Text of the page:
Arguments are a tricky thing. The collective excitement when emotions run high can cause us to lash out and attack the one we love unconsciously and say things we really don’t mean.
When this happens, an argument can quickly turn from a productive discussion– albeit an often heated one– to a toxic battle of who can cause the most pain with words.
This is damaging not just for the obvious reason that both people are saying hurtful things to one another but also because it conditions each person to suppress their opinions and beliefs.
Arguing for the right reasons is healthy and helps a relationship grow. So, when one or both partners start to feel like they can’t express themselves openly and without criticism, the relationship is in real trouble.
The aim of argument, or of discussion, should not be victory, but progress.
– Joseph Joubert
Here’s how to prevent arguments with your partner from turning toxic:
Create boundaries and standards to hold each other to
It can be helpful to create boundaries and standards which you and your partner agree on before ever arguing in the first place (or, you know, when you’re taking a break from wanting to cut each other’s heads off).
This is something my wife and I do and it works well to keep things under control when they might have otherwise flown off the rails so to speak.
For example, make a rule that neither person will ever insult the other, say something specific that is very hurtful, fly off topic before resolving the current one, yell, or do a particular action which one or more people might be prone to when they get angry.
Each person commits verbally and stepping over that line then becomes a great offense, with nothing more needed to control the situation but the guilt a loving partner feels when they can see clearly– because of those boundaries set– that they’ve stepped over the line.
The most common and well-tested of all anger-related tips is, well…stop.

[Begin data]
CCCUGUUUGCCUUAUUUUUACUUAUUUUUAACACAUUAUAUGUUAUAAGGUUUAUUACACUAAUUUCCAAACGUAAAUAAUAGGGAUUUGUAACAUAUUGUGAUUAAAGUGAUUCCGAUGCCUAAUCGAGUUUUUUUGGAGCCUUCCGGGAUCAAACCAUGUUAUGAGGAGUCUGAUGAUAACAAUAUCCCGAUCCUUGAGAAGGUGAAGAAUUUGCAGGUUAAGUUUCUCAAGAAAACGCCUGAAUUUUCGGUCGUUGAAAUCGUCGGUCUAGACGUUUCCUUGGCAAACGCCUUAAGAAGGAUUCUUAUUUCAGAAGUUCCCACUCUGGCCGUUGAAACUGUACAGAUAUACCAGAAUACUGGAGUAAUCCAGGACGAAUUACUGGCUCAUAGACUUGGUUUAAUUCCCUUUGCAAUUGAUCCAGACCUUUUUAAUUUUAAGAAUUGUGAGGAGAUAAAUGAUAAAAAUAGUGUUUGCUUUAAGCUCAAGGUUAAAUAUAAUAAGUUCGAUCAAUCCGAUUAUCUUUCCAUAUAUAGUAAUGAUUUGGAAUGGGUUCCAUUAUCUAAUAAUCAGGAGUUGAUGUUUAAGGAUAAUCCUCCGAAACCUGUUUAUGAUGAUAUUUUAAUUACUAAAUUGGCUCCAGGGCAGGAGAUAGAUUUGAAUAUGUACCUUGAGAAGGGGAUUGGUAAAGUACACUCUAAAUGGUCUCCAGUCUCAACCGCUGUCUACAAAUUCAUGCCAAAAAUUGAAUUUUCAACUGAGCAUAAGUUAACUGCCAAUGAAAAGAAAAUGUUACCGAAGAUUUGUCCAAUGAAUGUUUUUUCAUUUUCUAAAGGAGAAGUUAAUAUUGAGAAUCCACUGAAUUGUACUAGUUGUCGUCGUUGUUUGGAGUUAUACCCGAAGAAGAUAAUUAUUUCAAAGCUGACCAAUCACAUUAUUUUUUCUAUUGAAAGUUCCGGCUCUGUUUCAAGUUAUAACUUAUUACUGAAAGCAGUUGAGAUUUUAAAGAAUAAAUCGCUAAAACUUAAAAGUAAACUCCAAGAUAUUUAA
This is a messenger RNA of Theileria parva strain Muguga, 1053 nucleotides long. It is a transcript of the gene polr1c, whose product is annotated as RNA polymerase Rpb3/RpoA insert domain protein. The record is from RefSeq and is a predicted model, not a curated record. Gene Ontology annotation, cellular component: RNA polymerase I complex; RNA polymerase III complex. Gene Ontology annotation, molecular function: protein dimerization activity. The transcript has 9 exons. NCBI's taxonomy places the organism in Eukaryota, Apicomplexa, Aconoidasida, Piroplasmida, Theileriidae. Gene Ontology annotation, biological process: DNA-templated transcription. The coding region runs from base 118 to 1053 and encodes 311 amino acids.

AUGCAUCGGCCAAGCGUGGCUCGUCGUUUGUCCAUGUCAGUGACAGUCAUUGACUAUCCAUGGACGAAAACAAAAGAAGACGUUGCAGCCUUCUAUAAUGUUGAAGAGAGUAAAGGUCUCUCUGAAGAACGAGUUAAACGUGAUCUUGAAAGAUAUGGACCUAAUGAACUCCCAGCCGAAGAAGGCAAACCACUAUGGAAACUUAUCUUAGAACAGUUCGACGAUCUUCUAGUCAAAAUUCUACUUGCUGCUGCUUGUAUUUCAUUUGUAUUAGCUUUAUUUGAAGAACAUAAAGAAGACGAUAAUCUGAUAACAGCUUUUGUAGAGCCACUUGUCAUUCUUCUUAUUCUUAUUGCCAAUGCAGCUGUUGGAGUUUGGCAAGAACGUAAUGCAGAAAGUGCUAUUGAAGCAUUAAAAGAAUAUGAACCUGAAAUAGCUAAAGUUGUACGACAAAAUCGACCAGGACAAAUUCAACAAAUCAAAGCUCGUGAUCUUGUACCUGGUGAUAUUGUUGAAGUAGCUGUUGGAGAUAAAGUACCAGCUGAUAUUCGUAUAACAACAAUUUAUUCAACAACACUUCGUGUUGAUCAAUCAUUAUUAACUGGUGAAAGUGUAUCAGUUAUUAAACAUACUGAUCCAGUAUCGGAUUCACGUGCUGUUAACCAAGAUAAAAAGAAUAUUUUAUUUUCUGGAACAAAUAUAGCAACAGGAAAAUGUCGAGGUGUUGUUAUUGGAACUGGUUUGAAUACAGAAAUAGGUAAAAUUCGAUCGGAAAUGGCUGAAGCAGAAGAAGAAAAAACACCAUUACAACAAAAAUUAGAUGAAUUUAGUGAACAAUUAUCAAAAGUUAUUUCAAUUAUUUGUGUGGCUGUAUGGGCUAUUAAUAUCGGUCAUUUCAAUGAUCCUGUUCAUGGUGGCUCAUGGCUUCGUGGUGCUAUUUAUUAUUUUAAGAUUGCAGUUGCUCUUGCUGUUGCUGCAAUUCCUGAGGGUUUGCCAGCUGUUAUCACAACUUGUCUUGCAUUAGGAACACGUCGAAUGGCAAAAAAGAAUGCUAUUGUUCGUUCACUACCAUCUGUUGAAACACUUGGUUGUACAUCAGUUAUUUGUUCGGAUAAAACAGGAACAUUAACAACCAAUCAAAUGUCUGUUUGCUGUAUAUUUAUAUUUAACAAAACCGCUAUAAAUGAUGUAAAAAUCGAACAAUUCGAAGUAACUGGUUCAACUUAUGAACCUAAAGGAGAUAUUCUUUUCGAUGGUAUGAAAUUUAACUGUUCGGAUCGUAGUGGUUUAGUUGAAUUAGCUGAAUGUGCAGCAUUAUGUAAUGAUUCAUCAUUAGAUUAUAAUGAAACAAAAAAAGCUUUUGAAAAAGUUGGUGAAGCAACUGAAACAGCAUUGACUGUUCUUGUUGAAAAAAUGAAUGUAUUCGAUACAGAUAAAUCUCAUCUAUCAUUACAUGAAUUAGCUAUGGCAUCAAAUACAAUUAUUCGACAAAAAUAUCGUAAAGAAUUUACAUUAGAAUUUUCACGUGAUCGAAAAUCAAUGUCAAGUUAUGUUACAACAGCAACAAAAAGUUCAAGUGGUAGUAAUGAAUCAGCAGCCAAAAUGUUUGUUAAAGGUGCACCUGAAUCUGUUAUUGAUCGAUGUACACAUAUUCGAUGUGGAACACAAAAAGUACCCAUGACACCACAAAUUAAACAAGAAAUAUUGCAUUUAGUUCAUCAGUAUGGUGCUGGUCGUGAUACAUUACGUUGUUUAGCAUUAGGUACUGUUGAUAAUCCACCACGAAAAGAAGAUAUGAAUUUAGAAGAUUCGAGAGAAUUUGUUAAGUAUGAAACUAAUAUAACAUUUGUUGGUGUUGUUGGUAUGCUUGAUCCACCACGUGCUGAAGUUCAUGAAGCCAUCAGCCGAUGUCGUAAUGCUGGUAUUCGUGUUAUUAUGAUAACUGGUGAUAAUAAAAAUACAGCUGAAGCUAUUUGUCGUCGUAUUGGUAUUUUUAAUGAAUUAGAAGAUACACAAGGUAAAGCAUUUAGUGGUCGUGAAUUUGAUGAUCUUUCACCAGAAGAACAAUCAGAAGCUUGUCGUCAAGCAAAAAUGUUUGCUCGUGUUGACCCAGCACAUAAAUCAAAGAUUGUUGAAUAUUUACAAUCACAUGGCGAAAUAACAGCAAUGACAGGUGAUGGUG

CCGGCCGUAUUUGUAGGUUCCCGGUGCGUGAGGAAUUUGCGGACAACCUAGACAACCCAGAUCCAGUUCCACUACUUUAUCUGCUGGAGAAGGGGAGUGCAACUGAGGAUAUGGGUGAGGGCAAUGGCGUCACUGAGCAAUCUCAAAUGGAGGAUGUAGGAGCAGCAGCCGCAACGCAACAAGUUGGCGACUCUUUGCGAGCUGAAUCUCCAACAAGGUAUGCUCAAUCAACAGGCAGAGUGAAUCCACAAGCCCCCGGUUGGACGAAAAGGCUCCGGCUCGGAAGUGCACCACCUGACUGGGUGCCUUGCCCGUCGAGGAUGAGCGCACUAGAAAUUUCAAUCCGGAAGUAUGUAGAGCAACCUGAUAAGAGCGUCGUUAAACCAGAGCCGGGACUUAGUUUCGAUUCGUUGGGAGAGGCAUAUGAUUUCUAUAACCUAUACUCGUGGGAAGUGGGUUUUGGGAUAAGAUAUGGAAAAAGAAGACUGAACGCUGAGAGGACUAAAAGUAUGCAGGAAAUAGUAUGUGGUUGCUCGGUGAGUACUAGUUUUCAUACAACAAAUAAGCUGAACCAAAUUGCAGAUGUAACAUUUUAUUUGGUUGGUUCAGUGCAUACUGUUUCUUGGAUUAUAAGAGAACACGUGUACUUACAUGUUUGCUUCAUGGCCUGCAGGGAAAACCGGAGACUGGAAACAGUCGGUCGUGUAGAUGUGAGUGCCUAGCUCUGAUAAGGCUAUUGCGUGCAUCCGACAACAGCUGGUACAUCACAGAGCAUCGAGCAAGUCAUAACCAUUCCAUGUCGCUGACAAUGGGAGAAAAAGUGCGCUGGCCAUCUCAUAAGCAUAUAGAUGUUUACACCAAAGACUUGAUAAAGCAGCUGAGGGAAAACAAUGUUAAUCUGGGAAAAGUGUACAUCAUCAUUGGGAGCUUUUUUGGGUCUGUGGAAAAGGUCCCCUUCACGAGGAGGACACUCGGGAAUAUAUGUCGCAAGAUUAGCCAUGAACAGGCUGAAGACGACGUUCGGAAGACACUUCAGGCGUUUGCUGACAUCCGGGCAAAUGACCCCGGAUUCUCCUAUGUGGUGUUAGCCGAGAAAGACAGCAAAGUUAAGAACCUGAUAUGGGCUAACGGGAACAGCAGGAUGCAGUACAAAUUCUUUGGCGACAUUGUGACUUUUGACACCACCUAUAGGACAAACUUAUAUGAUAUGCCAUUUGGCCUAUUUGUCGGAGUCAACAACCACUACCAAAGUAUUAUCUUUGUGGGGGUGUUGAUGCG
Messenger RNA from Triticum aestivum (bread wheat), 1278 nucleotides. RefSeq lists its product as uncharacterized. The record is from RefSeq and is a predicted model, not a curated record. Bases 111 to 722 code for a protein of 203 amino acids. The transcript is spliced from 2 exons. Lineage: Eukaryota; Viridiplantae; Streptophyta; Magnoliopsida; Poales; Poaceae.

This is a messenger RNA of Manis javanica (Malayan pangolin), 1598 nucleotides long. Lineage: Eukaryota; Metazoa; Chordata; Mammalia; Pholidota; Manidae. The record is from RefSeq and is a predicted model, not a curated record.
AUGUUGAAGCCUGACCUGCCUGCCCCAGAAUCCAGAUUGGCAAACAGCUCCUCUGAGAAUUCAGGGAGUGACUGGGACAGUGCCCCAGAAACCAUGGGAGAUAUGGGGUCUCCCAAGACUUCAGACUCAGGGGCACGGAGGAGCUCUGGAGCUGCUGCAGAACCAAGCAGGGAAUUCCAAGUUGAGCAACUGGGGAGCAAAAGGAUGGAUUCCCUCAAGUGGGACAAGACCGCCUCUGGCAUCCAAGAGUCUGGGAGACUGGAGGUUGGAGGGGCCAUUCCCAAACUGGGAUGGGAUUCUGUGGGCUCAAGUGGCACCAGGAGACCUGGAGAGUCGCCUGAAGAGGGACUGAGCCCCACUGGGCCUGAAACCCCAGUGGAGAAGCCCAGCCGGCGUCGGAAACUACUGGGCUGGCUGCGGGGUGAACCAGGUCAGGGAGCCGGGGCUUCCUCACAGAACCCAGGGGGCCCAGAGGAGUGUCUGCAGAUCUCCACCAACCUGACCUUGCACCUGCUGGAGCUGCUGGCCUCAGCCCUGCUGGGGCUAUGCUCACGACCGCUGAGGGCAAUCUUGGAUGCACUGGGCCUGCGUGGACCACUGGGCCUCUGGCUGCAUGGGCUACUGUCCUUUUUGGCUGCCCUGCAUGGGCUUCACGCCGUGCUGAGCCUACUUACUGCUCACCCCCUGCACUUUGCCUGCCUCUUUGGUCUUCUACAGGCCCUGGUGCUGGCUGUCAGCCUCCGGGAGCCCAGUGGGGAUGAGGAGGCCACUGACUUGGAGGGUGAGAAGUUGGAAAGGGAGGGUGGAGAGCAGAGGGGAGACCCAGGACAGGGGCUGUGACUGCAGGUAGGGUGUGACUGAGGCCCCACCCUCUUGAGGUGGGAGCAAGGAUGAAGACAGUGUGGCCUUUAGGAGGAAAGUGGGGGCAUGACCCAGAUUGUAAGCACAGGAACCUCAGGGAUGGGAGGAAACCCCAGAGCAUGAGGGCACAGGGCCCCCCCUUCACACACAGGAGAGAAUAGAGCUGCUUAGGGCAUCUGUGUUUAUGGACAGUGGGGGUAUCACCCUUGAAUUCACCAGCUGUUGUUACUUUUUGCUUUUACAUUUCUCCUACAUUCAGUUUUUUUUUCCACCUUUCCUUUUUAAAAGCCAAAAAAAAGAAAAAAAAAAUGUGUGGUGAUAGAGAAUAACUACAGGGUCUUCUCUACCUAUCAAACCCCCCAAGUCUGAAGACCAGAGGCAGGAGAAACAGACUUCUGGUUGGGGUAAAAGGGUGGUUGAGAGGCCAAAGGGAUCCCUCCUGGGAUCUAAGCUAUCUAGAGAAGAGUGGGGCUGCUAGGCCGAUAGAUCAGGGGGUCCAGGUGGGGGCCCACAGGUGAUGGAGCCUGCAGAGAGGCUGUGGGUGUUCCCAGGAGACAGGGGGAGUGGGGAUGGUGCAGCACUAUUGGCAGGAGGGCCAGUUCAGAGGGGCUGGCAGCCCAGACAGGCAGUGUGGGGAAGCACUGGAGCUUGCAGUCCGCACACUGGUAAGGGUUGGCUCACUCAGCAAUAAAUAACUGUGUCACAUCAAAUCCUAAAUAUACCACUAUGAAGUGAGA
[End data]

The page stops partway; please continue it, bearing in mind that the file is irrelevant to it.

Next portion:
Whatever you’re saying, whatever you’re about to say, however you’re feeling about the argument, as soon as you notice yourself start to get riled up then take a step back and breathe.
Nothing ever good comes from acting from a place of fury and rage, so even if you have to abruptly disengage with the conversation for a moment and walk out, do it. Once you’re cooled off, pick things up again with a level head.
Of course, this is a simple tip but it’s easier said than done in practice. However, by using a practice like mindfulness you can develop greater self-awareness which will allow you to catch yourself more often.
Do it debate style
A useful tip for controlling arguments and keeping them civil before they ever have a chance of turning toxic is to do it debate style.
By that, I mean work arguments like a political debate where one person is allowed to make a statement uninterrupted and then the other is allowed to make an uninterrupted rebuttal.
No matter what, neither person interrupts the other until they’re done speaking. Think of it as a prearranged agreement, like setting boundaries and standards in the earlier step.
But there’s more to it than that. Both people need to commit that, when arguing or discussing anything of importance, each person will be listened to and their opinions and feelings respected. It doesn’t do much good if both people are rolling their eyes at the other person while they speak.
Ultimately, each person wants to be heard, you included, so by making sure you each have that opportunity you give the argument the chance to resolve peacefully.
Think before you can speak…if you can help it
This last tip is a bit full of itself but I’m going to give it anyway because it’s helpful when you can accomplish it.
If all else fails, your boundaries crack, the debate turns into a rumble, then things get heated, and conscious thought starts to go out the window.
That’s why I think it’s funny when people suggest you think before you speak. It’s just unrealistic…most of the time.
It’s still worth mentioning for that point just before things start to get heated. Sometimes, sometimes, you’re able to catch what you’re about to say– usually because you’ve said it before– and that can stop an entire argument from erupting. So, keep it in mind if nothing else.
Whatever you use to prevent arguments from turning toxic, remember that the person in the other corner is someone you love and do everything in your power to continue loving and appreciating them. If you can do that and keep it top-of-mind, however you solve the problem, you’ll do fine.